From the BBC:
One thing that has consistently baffled researchers, however, is how primates arrived in South America.
Unlikely though it sounds, the monkeys simply have to have crossed the Atlantic. Last year, new evidence emerged that reignited the debate and pushed this transatlantic crossing theory to the forefront.
Monkey teeth that look like old world monkey teeth, found in the Peruvian Amazon. But …
Given that plate tectonics cannot explain how monkeys reached South America, rafting has to have played a part. In fact, it has been suggested that rafting events are also responsible for seeding South America with the ancestors of its rodents and hoatzin birds. Clearly, the Eocene Atlantic was a veritable thoroughfare for nautical creatures.
If this is starting to sound silly to you, then you are in good company. In his comprehensive analysis of the topic, Alain Houle of the University of Montreal admonishes his predecessors for consistently using rafting as a fix-all solution without considering its practicalities.
Concrete evidence is hard to come by for such an unusual occurrence. But given the feasibility of both a floating island’s formation and its capacity to carry a healthy(ish) population of monkeys, it can at least be said to work in theory.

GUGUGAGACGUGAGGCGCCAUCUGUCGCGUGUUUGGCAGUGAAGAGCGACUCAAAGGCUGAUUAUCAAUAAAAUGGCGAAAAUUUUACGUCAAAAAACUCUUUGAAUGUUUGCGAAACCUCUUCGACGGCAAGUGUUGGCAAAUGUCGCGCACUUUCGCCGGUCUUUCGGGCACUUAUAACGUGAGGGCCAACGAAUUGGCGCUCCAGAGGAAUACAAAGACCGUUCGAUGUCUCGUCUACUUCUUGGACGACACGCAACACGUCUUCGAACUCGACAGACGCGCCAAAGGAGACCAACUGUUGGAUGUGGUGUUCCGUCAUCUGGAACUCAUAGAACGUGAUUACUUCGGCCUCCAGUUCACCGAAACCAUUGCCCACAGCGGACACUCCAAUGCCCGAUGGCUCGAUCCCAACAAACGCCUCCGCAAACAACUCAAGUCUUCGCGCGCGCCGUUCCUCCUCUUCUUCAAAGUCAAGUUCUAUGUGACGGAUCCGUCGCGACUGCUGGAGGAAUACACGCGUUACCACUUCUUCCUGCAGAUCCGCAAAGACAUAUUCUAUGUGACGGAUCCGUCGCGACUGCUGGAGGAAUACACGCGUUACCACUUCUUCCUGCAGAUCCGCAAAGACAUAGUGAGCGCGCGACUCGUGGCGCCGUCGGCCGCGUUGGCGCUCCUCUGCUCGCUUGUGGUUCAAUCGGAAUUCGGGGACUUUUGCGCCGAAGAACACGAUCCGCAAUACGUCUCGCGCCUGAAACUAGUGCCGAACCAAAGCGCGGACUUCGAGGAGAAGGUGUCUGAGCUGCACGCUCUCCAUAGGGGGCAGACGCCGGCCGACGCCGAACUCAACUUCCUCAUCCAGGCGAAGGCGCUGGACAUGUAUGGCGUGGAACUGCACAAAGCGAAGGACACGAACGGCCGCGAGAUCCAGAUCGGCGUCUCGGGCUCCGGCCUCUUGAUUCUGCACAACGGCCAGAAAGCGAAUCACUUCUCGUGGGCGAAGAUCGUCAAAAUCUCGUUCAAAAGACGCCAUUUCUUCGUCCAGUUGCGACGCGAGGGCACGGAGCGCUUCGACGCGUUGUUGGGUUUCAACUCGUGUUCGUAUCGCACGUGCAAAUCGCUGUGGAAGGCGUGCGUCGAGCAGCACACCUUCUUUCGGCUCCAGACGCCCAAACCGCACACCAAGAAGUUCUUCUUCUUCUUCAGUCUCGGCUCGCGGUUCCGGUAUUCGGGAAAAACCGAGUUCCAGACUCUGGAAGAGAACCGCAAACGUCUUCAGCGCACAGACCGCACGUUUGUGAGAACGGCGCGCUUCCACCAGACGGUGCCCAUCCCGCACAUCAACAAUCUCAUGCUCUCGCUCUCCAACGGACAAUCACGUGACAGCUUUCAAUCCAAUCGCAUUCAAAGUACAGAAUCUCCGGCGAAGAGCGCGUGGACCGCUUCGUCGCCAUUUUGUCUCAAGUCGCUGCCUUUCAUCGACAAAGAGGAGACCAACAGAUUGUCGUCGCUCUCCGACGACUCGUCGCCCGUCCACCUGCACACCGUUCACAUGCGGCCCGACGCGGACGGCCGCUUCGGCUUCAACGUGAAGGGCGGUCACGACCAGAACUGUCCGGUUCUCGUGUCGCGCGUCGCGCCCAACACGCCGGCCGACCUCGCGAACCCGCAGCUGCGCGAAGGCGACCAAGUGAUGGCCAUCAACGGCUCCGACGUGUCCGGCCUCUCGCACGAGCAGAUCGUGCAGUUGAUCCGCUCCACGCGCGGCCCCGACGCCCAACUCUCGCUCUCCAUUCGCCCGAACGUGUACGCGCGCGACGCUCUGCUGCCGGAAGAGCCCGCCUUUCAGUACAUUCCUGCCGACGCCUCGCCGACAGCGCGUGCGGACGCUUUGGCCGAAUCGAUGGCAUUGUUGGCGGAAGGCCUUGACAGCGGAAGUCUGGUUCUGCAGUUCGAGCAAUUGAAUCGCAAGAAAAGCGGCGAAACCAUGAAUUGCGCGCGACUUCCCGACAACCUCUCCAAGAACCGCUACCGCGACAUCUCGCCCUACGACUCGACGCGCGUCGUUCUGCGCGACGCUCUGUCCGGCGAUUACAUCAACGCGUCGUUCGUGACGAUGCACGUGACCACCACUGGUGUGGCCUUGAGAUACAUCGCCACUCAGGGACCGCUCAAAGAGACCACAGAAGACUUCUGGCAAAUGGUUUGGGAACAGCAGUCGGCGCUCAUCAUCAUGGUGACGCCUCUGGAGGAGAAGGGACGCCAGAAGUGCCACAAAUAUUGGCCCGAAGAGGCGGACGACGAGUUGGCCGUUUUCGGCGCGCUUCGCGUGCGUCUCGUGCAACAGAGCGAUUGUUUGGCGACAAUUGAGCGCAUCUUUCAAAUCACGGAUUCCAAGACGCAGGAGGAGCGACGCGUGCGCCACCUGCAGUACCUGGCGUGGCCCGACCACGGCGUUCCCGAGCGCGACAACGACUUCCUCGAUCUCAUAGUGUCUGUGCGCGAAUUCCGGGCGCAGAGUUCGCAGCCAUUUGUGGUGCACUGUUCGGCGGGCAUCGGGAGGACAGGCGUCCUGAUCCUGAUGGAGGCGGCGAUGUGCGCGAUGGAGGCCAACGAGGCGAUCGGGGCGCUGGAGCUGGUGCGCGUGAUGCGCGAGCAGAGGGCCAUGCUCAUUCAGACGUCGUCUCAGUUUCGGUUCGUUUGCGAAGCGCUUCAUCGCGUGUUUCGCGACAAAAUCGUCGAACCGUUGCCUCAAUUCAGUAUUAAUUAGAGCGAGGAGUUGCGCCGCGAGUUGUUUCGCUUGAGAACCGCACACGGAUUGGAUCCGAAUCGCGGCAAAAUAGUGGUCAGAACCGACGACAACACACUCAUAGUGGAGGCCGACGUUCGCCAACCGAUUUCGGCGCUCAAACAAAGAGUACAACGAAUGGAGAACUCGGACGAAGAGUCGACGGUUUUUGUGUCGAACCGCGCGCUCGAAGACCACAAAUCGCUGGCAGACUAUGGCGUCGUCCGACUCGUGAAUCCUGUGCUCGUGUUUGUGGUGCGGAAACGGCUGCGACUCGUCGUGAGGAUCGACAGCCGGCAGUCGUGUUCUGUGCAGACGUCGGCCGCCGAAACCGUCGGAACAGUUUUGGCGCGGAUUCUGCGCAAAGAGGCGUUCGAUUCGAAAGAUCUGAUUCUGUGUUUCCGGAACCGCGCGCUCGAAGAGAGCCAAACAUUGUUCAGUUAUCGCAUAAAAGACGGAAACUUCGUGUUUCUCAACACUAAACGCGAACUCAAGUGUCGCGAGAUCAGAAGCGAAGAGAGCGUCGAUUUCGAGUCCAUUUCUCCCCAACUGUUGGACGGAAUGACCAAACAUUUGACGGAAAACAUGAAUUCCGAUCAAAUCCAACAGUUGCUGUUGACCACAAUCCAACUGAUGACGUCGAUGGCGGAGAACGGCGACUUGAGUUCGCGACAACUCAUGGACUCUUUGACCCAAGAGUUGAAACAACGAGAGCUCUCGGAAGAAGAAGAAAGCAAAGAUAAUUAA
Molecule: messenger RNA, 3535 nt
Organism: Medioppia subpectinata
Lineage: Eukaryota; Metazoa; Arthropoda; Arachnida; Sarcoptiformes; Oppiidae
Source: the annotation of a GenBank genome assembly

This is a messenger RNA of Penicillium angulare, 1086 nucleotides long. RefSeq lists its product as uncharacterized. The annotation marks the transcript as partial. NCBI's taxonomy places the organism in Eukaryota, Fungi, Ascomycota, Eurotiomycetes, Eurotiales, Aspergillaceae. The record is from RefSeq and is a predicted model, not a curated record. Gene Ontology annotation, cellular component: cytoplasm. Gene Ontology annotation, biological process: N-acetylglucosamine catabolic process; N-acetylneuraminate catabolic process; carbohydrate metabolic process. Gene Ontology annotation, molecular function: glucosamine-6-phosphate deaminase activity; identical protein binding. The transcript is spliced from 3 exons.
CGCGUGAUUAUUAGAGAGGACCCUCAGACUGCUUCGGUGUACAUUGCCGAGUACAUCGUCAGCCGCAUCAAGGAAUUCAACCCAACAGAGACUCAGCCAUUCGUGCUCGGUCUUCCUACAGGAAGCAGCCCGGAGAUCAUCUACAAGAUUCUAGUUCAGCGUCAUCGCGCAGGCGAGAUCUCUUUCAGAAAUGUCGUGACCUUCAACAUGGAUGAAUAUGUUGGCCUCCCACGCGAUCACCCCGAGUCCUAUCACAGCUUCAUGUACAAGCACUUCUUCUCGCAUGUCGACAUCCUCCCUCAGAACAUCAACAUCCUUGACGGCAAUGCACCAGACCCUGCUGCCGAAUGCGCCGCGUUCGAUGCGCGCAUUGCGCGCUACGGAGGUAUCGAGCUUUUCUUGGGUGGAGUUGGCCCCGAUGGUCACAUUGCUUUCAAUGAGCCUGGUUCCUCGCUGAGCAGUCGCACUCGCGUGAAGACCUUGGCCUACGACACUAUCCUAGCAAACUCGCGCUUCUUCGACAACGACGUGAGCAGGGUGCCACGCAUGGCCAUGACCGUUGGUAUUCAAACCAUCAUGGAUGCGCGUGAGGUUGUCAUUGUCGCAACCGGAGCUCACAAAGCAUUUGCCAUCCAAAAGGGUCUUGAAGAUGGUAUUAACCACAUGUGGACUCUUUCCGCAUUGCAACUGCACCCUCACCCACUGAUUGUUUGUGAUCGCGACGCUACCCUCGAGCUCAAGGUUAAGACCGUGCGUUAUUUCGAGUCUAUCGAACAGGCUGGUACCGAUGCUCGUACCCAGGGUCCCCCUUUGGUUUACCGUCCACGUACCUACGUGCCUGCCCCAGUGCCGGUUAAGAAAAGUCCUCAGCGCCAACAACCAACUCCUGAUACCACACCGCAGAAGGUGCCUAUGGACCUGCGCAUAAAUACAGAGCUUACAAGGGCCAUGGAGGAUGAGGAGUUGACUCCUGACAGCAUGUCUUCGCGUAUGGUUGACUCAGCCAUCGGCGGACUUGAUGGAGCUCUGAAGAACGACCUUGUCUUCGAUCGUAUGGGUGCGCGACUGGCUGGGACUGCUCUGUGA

Oceanic rafting has received its share of criticism over the years, but the more its effects can be properly quantified, the more it is turning from a convenient go-to explanation for bizarre animal distributions into a well-tested and legitimate hypothesis. The “monkey sailor” idea, while bizarre, is no longer as nonsensical as it first appears. More.
Hey, we like this story because it doesn’t take itself too seriously, a common failing in this area. We know how the Vikings got to Labrador (they told us). We don’t know how the monkeys got to South America.
See also: The influence of biogeography on evolutionary thought
Follow UD News at Twitter!